Scribe's Palette with One Reed in Place
Egyptian, Classical, Ancient Near Eastern Art
On View: 19th Dynasty to Roman Period, Martha A. and Robert S. Rubin Gallery, 3rd Floor
The most important piece of equipment for an ancient Egyptian scribe was the palette. Made of wood or, less frequently, of ivory, palettes had slots to hold reed pens and two inkwells, one with black ink, the other With red. The scribe who used this palette was not always neat; note the red and black stains around the inkwells.
ca. 1336-1295 B.C.E.
late XVIII Dynasty
New Kingdom or later
1 1/2 x 1/4 x 13 3/4 in. (3.8 x 0.6 x 34.9 cm) (show scale)
Charles Edwin Wilbour Fund
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Scribe's Palette with One Reed in Place, ca. 1336-1295 B.C.E. Ivory, 1 1/2 x 1/4 x 13 3/4 in. (3.8 x 0.6 x 34.9 cm). Brooklyn Museum, Charles Edwin Wilbour Fund, 37.448E. Creative Commons-BY (Photo: Brooklyn Museum, CUR.37.448E_wwg8.jpg)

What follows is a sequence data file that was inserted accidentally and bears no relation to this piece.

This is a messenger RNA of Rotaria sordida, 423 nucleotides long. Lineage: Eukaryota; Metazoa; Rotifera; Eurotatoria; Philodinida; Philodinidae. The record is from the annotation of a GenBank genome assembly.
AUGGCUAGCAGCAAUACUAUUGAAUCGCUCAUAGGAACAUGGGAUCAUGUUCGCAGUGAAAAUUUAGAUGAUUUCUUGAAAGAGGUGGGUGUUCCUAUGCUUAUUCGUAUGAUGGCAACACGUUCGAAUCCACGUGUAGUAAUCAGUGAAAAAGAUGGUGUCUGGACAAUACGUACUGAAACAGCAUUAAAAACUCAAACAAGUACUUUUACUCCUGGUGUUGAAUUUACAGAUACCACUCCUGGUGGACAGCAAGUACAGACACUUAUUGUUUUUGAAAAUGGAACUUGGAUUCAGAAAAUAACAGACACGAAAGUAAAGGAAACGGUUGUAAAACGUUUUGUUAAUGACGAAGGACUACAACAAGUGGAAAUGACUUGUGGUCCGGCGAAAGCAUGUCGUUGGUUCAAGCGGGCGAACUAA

installation, West Wing gallery 8 installation, CUR.37.448E_wwg8.jpg
. Brooklyn Museum photograph, 2006
"CUR" at the beginning of an image file name means that the image was created by a curatorial staff member. These study images may be digital point-and-shoot photographs, when we don\'t yet have high-quality studio photography, or they may be scans of older negatives, slides, or photographic prints, providing historical documentation of the object.
Ivory scribe's palette with one reed pen in pen-holder.
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